School dodges closure by converting to academy

A middle school has dodged closure after gaining an academy conversion order from its regional schools commissioner (RSC) – while another school is facing problems after intervention from its RSC.

Ponteland middle school in Northumberland was earmarked for closure under council proposals to move from a three to a two-tier system.

The teaching school, also rated as Ofsted outstanding, has secured its future by gaining approval to become an academy from Janet Renou, RSC for the north of England, although it could now be forced to expand its intake to become a primary or secondary school.

Elsewhere, intervention from a RSC has not gone as smoothly.

Last year Tudor Grange Academy Redditch (TGAR), in Worcestershire, was given approval by Pank Patel, RSC for the West Midlands, to convert from an upper high school to taking in year 7 and 8 pupils. That decision was made despite concerns it would “decimate” the town’s three-tier education system.

But the Redditch Standard newspaper revealed last month that TGAR had attracted just 19 pupils into year 7 this September – despite having 180 places available. The school also had 280 places available for year 9 starters, but will have an intake of 58.

This is despite an overall shortage of places in Worcestershire, with four out of five secondary schools said to be over-subscribed for the coming year.

Robert Hill, an education consultant and former government policy adviser, said the RSC decisions hampered the ability of local authorities to plan and provide a good education for all children.

He said councils faced a growing challenge to plan and provide sufficient places as academies could not be made to accept extra forms of entry.

Northumberland county council said the academy order for Ponteland middle school would not affect its consultation to move to a two-tier schooling system.

However, Caroline Pryer, Ponteland’s headteacher, said she was hopeful the council would listen to the community and keep the three-tier system.

She said governors had opened up talks with other schools in the region about forming a multi-academy trust.

In Worcestershire, Rose Rees, TGAR’s head, said “strong financial plans” were in place to manage the impact of low admissions and that the school would “continue on this course”.

She told the Redditch Standard: “The figures were down towards the bottom end of planning and scenario thinking. We had hoped
there would be enough confidence for people to move forward with us.”

In a letter to parents, Rees said the school could handle the low numbers – and the resulting lower funding – because it was part of a multi-academy trust.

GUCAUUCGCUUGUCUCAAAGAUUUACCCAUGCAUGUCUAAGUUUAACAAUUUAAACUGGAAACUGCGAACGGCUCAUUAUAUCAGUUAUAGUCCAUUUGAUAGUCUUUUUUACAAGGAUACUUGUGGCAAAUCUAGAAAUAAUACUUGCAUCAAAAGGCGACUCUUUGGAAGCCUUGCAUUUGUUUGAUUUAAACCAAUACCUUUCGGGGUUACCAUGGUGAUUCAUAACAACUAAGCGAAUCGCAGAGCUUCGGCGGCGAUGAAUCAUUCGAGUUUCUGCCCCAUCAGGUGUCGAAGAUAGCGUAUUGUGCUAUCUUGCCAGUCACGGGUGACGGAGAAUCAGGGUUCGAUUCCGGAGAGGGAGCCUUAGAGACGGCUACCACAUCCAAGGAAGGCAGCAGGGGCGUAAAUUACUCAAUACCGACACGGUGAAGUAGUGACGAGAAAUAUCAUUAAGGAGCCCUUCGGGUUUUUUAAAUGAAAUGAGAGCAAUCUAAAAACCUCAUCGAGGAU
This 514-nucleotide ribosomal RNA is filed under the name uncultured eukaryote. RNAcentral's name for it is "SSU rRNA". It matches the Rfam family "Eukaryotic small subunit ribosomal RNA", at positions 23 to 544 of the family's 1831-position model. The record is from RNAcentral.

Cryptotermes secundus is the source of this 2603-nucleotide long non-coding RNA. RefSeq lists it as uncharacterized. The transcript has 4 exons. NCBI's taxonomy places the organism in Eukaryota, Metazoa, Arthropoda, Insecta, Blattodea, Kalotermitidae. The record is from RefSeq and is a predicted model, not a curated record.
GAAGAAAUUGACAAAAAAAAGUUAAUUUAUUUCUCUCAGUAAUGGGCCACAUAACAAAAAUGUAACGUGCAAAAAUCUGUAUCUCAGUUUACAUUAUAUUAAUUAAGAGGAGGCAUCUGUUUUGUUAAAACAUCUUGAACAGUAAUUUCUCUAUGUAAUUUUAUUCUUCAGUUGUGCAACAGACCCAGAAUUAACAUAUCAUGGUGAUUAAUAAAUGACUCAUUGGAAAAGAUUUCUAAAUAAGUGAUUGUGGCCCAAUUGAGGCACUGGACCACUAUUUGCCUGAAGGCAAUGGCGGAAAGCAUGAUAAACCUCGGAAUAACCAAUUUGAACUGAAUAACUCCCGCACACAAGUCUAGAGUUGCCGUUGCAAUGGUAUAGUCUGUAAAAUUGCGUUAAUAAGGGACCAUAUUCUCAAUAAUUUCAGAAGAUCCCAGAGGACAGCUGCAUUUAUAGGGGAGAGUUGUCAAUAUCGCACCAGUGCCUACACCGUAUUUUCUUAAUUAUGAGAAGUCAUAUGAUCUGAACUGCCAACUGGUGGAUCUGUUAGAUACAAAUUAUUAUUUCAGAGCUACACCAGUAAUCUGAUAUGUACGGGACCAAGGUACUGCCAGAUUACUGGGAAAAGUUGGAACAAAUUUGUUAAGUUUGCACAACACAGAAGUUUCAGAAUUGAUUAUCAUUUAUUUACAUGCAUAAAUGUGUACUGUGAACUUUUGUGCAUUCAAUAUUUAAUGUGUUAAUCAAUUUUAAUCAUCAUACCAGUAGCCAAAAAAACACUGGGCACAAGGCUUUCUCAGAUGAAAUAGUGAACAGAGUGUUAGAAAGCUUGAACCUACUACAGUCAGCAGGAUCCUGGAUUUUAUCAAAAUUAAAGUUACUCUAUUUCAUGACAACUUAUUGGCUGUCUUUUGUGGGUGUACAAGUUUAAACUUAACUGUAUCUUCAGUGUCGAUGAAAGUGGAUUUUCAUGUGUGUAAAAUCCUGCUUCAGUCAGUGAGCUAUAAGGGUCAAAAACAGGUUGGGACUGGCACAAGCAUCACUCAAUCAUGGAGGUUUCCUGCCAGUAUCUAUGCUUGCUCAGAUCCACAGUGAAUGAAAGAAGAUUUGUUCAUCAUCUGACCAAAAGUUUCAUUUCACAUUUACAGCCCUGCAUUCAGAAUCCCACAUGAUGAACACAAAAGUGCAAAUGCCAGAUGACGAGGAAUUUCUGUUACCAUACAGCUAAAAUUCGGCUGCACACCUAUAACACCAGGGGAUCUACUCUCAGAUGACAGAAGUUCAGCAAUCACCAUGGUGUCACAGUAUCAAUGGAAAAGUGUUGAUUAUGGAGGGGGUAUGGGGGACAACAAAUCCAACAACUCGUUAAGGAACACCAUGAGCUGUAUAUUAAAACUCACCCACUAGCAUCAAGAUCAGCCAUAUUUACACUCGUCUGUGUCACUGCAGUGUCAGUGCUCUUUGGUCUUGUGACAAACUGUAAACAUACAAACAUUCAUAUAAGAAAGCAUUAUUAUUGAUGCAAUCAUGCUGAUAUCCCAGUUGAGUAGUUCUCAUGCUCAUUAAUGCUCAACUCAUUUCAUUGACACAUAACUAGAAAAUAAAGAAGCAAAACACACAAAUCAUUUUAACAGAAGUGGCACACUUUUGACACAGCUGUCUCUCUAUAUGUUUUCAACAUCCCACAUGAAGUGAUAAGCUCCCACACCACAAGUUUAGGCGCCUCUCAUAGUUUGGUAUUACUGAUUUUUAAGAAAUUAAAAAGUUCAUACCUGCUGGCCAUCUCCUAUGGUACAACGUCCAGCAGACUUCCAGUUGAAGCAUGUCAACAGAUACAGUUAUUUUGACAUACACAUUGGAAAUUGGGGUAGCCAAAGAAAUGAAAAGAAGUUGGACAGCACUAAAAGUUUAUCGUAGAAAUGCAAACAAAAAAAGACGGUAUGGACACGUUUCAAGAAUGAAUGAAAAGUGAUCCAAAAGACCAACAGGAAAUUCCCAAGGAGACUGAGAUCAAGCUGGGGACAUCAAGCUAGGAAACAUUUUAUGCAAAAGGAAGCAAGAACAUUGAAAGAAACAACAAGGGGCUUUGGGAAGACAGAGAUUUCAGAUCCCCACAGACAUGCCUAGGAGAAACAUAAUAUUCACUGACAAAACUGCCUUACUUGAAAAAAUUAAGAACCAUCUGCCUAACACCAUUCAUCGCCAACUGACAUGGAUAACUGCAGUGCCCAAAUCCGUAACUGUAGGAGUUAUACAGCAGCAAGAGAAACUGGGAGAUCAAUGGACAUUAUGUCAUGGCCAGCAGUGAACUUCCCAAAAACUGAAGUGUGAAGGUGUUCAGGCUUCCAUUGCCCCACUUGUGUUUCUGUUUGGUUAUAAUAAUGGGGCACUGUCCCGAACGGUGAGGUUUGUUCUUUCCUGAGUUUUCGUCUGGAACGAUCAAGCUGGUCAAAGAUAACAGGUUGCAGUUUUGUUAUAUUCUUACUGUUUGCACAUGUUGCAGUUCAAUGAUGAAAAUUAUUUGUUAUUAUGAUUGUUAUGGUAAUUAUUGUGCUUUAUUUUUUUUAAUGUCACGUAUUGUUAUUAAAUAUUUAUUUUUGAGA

“We recognise that change takes time and can be difficult. Tudor Grange Redditch is a good school with sound GCSE outcomes. A growing number of parents are recognising this . . . we know that improving results and our provision again this year will secure their confidence.”

A Department for Education spokesperson said: “All schools deserve the opportunity to enjoy the freedoms academy status brings.”

She added the Ponteland academy order would help ensure “every child in the area has access to the excellent education they deserve”.

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  1. Sarah

    Perhaps a supporter of government education policy can explain how this nonsense is in the best interests of young people and their families. It is difficult enough for parents facing changes to their children’s schooling without having two government bodies pulling in opposite directions, undermining each other and creating chaos and confusion where there need to be strategic joined up decision making. Without the powers to reshape educational provision across an area to respond to changing demographic need local authorities have no realistic ability to meet their statutory duty to ensure sufficient school places. The government must urgently define local authority duties and powers to avoid this sort of clash of bureaucracies particularly now that full academisation is on a much less definite timescale. At the very least there must be protocols for how local authorities and regional schools commissioners must work together in chilfdren’s best interests to avoid these regrettable and embarrassing power struggles which bring government into disrepute.